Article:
UGA nixes prof’s plan to let students decide grades to lessen stress

A well respected University of Georgia business school professor, concerned over the stress on his students, posted online course policies that would have allowed them to change their grades, abandon group work that taxed them and take open book tests “designed to assess low level mastery of the course material.”

While Terry College of Business students may have applauded Richard Watson’s policies as posted this week, UGA did not. The policies have been stricken from Watson’s online syllabus and will not be allowed, according to the university. Watson is the J. Rex Fuqua Distinguished Chair for Internet Strategy.

“The syllabus stated that his grading policy would allow students inappropriate input into the assignment of their own grades. I want you to know that the syllabus did not conform with the university’s rigorous expectations and policy regarding academic standards for grading. I have explained this discrepancy to the professor, and he has removed the statement from his syllabus. Rest assured that this ill-advised proposal will not be implemented in any Terry classroom,” said Benjamin C. Ayers, Terry College of Business Dean and Earl Davis Chair in Taxation, in a statement Tuesday.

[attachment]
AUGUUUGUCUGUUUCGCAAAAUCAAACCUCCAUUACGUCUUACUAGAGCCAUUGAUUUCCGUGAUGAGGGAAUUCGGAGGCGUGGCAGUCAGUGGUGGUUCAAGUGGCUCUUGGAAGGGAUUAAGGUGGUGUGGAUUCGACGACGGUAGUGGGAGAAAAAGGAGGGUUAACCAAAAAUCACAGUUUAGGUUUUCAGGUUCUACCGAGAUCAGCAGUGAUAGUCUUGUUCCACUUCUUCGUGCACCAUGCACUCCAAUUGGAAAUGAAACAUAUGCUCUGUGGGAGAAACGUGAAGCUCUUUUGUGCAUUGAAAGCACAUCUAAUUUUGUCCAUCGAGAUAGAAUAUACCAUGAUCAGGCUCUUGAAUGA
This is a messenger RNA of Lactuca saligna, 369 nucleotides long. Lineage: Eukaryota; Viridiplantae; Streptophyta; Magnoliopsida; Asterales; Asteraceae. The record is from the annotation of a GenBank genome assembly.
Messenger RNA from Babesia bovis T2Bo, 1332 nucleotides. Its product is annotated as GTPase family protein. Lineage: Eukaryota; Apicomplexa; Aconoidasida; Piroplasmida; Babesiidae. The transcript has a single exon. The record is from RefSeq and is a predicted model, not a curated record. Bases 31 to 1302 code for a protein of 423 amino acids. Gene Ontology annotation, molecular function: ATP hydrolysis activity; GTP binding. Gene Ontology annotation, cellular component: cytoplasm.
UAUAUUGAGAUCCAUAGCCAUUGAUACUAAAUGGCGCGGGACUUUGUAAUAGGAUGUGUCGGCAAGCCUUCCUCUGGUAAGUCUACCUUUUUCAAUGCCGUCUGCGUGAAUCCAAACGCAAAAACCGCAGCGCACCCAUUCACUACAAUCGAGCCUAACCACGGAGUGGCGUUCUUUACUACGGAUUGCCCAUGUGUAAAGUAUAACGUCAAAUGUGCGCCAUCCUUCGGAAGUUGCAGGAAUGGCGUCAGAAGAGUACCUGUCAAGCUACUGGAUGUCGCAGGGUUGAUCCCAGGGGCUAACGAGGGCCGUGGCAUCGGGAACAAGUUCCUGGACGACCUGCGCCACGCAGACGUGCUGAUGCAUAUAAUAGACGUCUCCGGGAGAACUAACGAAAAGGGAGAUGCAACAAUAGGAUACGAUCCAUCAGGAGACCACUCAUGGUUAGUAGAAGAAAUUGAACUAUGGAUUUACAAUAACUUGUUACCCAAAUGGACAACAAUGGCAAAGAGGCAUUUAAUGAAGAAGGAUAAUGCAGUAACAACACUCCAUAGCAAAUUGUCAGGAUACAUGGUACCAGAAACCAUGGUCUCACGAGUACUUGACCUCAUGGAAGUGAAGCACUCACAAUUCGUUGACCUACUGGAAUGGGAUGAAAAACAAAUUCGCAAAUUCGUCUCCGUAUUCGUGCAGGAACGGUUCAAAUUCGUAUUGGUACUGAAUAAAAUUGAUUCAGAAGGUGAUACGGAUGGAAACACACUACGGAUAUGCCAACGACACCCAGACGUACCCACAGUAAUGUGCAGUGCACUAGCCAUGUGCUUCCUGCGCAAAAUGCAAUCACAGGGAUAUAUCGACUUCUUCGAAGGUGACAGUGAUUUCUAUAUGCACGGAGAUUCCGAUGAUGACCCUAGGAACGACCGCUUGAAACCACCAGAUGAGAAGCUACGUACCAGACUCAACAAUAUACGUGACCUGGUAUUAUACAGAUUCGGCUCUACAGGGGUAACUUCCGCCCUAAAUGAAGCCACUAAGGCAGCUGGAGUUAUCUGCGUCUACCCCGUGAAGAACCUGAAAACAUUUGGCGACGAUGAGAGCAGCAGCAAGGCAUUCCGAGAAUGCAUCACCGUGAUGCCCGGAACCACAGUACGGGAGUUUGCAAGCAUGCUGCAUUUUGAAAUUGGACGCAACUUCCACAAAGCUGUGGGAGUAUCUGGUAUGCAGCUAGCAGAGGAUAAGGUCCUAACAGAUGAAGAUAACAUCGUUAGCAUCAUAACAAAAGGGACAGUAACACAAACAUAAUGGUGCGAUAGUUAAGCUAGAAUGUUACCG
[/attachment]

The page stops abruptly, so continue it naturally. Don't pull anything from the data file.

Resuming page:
What is surprising about Watson's stress-reduction plan is that online student reviews depict him as a tough professor who enforces class attendance rules. First published on this site, his new stress reduction policies quickly went viral and led to complaints about snowflakes and students ill prepared for the real world.

You can read more on the AJC Get Schooled blog, including whether similar policies exist at other campuses.

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